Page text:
Last Sunday May 4th I read the op-ed article in the New York Times called “Bring Back Our Girls” which was about the kidnapping of the Nigerian teenagers.  The article stated that the girls were taken in the beginning of April. (They were taken on April 14th in fact.) This story wasn’t a hard news story, it wasn’t on the front page at all.  It was buried deep  in the “Sunday Review” section, the opinion section, back on page 11.   These girls have been gone for almost a month, and this small article is the first I have heard of their disappearance. Read the story here: http://www.nytimes.com/2014/05/04/opinion/sunday/kristof-bring-back-our-girls.html?_r=0


All I could think after reading the article is “why hasn’t this been reported by anyone?” And, “why is this the first time I am hearing about this?” CNN has become a laughing stock of the cable news networks  as they have run 24/7 coverage of the missing Malaysian plane.  Even President Obama took a swipe at them at the Annual White House Correspondents dinner as he joked that he had to go to Malaysia to get CNN to even cover him and that they were still looking for their table.  (Note to CNN: we get it, the plane is still missing, no one knows where it is, move on until you actually have breaking news.) This made me question why.  Was it because more people were missing on the plane? Actually, there were 276 teenage girls taken by the militant group Boko Haram in Nigeria, there were 239 people aboard the missing Malaysian plane. Did they just need to fill air time, and this was the easiest way to do it?  Is it because they have reduced their number of reporters so much that they didn’t even know about these missing girls?

The small opinion piece in the New York Times didn’t go unnoticed amazingly. The small article started a groundswell on social media starting the hashtag of #BringBackOurGirls. It is because of the influence of social media that this story is finally getting the attention it deserves. It is no wonder that Pew Research recently reported that about 50% of Americans are getting news from social media. http://www.journalism.org/2014/03/26/8-key-takeaways-about-social-media-and-news/  I would argue that groups are going to social media to try to get their stories out because they can not do so via traditional channels.  I personally have been seeing Twitter feed for weeks regarding the uprising going on currently in Venezuela.  They have been protesting in the streets for weeks, people have been killed and jailed. I finally read a news report about it 6 weeks later.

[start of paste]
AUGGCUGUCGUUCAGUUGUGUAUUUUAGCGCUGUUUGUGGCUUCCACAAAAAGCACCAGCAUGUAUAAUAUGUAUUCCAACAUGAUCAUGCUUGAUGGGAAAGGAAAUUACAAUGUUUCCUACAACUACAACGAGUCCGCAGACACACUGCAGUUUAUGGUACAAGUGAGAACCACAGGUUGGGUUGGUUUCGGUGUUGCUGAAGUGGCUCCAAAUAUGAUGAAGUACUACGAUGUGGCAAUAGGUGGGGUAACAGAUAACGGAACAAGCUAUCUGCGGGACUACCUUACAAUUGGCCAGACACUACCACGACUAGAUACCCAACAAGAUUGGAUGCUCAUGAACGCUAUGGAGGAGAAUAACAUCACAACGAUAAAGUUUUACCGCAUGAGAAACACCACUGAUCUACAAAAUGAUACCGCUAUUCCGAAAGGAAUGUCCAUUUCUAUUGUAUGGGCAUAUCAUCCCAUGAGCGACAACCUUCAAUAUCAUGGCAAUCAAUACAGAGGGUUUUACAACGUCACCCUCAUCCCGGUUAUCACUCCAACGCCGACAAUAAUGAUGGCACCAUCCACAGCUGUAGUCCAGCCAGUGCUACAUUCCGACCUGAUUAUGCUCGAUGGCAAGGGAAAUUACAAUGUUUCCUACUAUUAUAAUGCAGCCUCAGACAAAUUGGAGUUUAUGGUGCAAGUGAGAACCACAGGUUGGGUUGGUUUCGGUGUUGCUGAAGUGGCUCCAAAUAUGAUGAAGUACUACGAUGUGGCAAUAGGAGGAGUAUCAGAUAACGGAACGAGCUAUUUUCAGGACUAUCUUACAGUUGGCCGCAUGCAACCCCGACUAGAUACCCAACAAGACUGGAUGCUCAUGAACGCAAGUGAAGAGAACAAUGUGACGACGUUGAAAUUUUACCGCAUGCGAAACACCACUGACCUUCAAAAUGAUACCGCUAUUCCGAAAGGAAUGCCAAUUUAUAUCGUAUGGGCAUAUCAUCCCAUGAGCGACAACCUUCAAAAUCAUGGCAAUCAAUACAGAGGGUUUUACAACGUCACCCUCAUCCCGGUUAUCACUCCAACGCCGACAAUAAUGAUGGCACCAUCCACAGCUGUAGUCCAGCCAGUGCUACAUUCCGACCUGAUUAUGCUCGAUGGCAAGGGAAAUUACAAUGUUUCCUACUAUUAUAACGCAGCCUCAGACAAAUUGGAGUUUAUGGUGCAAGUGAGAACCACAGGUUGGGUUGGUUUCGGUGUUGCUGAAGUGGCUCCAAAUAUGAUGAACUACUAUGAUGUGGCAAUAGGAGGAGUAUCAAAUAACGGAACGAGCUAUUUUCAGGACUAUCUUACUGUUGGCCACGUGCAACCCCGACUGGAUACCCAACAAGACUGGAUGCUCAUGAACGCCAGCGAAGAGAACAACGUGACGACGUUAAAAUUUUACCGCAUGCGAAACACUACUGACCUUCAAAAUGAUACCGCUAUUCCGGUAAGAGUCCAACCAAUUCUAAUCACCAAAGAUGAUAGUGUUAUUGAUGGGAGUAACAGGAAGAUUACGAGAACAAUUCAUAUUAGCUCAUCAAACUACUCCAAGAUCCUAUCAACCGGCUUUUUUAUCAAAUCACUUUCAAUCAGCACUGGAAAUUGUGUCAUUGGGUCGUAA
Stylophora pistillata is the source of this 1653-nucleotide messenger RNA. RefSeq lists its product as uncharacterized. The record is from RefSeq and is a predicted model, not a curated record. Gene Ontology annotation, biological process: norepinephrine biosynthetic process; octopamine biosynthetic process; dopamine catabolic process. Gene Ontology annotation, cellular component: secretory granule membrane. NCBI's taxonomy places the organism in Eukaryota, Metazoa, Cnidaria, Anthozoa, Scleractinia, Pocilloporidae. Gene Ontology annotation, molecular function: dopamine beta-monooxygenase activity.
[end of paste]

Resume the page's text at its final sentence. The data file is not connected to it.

The truth is, the ratings for cable news channels are going down, for some channels more than others.  Pew Research recently completed their “State of the Media” report for 2014 where they reported that the big three cable news stations are all losing viewers.  http://www.journalism.org/2014/03/26/state-of-the-news-media-2014-key-indicators-in-media-and-news/  The big three CNN, FOX News, and MSNBC lost 11% of their viewership combined in 2013.  The biggest decliner was MSNBC which lost 24%, followed by CNN at 13%, and lastly FOX at 6%. Fox however had more viewers total than CNN and MSNBC combined.

When I started this blog, I spent a lot of time worrying about the layout, the pictures, the colors….all of which you may have noticed or not.  A friend said to me that none of that matters in the end, that it was the content that will drive readership.  Truly, I know he is right.  What applies to me also applies to the major news networks.  When they stop running the same stories 24/7, report all of the news, do solid, unbiased investigative reporting, and bring stories that move people to care, people will tune in instead of tuning out.  They have more than a job, they have a responsibility to shed light on the stories of our world.  If the news networks want to bring back their ratings, they first have to bring back our journalists.

Thursday, May 1, 2014

And The Winner Is: The UAW!


And the winner is: the UAW!
By: @Irish_in_LA


I recall several times over the last few months, maybe more, President Obama touting the success of the bailouts. I don’t see it and I’m tired of the spin I keep hearing and reading about this major failure. Like what we’re seeing with the homeowners defaulting on their post bail out loans, GM and Chrysler are dying, just more slowly than they would have without the bailouts. We’ve lost $14.1 billion dollars, a crushing 18% loss, on those two car companies alone.

An AP report http://m.apnews.com/ap/db_268743/contentdetail.htm?contentguid=g3Xq1GOA and several others following it today delivered the bad news. GM needed $49.5 billion in 2009, given through the Troubled Asset Relief Program (TARP). The government considers roughly $12 billion lost or written off. Chrysler also received $12.5 billion, and US tax payers lost $2.9 billion in that transaction. We’ve lost $14.1 billion on these two car companies alone!